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The Man Behind the Mask
AUSTIN MURPHY
November 20, 2006
As he leads No. 2 Michigan into its showdown with No. 1 Ohio State, coach Lloyd Carr remains a private man who's loyal, literate and, would you believe, funny?
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November 20, 2006

The Man Behind The Mask

As he leads No. 2 Michigan into its showdown with No. 1 Ohio State, coach Lloyd Carr remains a private man who's loyal, literate and, would you believe, funny?

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"He's got a kind heart," adds Chris Graham, a junior linebacker.

"The guy you see on the sideline--that's not what you're getting, day to day," says Ball State coach Brady Hoke, for seven years a Michigan assistant under Carr.

"People ask me all the time if Coach Carr ever smiles," says Woodley. Deep down, the Wolverines insist, their coach is very funny.

Examples, please.

"There's the M&M story," says Jeff Backus, a former Wolverines offensive lineman who played his last snap for the Wolverines in 2000. About six years ago an unknown Michigan player poured a large bowl of M&Ms into the soft-ice-cream dispenser at the team's cafeteria.

The result, alas, was not ice cream with M&Ms but a broken machine and an irate coach. Carr's demand that the culprit turn himself in was met with silence.

So the coach became a kind of Inspector Javert, obsessively pursuing the perpetrator. "For years afterward," says Backus, now a tackle for the Detroit Lions, "even after I left, he would stop meetings and start interrogating people. He'd swear he was going to find out who did it, and when he did, he was gonna bust their ass. It always cracked people up."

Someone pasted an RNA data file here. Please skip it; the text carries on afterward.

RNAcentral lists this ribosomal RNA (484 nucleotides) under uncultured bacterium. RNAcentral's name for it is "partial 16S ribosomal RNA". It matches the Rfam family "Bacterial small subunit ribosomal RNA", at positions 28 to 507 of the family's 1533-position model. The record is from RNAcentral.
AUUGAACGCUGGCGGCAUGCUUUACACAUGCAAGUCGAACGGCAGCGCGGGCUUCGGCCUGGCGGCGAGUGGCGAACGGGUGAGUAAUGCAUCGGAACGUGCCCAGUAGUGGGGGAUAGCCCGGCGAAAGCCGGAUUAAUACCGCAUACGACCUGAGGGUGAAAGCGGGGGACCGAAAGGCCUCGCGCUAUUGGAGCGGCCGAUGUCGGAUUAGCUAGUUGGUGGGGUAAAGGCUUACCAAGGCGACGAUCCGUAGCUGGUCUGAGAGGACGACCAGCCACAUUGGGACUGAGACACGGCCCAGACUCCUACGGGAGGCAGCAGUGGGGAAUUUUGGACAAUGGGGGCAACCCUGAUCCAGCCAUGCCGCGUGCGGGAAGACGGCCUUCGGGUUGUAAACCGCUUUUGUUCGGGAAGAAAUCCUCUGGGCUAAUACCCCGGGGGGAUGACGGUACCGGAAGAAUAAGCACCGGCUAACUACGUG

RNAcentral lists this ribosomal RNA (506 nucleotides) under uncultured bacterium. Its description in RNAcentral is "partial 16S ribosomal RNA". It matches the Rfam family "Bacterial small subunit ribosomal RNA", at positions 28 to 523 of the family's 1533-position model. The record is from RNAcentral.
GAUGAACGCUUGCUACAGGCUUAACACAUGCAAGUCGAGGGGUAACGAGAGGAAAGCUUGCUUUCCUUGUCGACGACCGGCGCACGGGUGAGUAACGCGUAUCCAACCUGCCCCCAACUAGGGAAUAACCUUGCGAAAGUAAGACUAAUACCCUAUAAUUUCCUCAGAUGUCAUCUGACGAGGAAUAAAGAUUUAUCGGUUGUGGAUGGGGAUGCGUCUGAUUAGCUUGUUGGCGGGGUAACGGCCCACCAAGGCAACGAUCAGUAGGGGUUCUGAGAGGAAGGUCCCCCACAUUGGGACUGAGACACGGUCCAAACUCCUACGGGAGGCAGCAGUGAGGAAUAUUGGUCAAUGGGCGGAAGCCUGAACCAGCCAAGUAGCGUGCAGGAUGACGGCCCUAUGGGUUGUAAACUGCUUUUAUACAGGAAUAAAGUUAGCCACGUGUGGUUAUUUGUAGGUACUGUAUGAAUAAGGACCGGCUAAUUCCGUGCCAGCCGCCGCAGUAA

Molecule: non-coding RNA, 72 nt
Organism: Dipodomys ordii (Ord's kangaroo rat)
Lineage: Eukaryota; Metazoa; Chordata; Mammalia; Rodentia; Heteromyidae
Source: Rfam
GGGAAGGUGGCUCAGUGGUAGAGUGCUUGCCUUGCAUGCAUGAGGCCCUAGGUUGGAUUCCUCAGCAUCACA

Carr didn't care about the ice cream. Well, maybe he cared a little. Maybe having a small swirl cone in the evening after two-a-days provided a tiny grace note for his day. The point is, he saw the comic potential of the situation, and mined it.

Then there is the Lone Ranger incident. During two-a-days before the 2004 season, Carr treated the squad to several clips from the old TV series, after which a man dressed as the Lone Ranger strode into the room. "He had it all going on," recalls former All-America wideout Braylon Edwards, "the cowboy hat, the black mask, the badge, the silver Smith & Wesson." After noting the great chemistry between the Lone Ranger and Tonto, Carr handed out silver bullets to the players, then left the stage. All the time he was in costume, says Edwards, now with the Cleveland Browns, "he never broke character. He played that role to a T."

So, the mysterious contents of Fort Schembechler include, apparently, a chest in which Carr stores his many costumes. Perhaps it resides near the dictionary outside his office. Before entering Carr's quarters, players are strongly encouraged to look up a new word and jot down its definition on one of the index cards provided for that purpose. Once inside, they discuss the word with Carr and, if possible, use it in a sentence. On a day he was tardy for a meeting, Hart looked up punctual, then sought to defuse the coach's anger by discussing the importance of punctuality.

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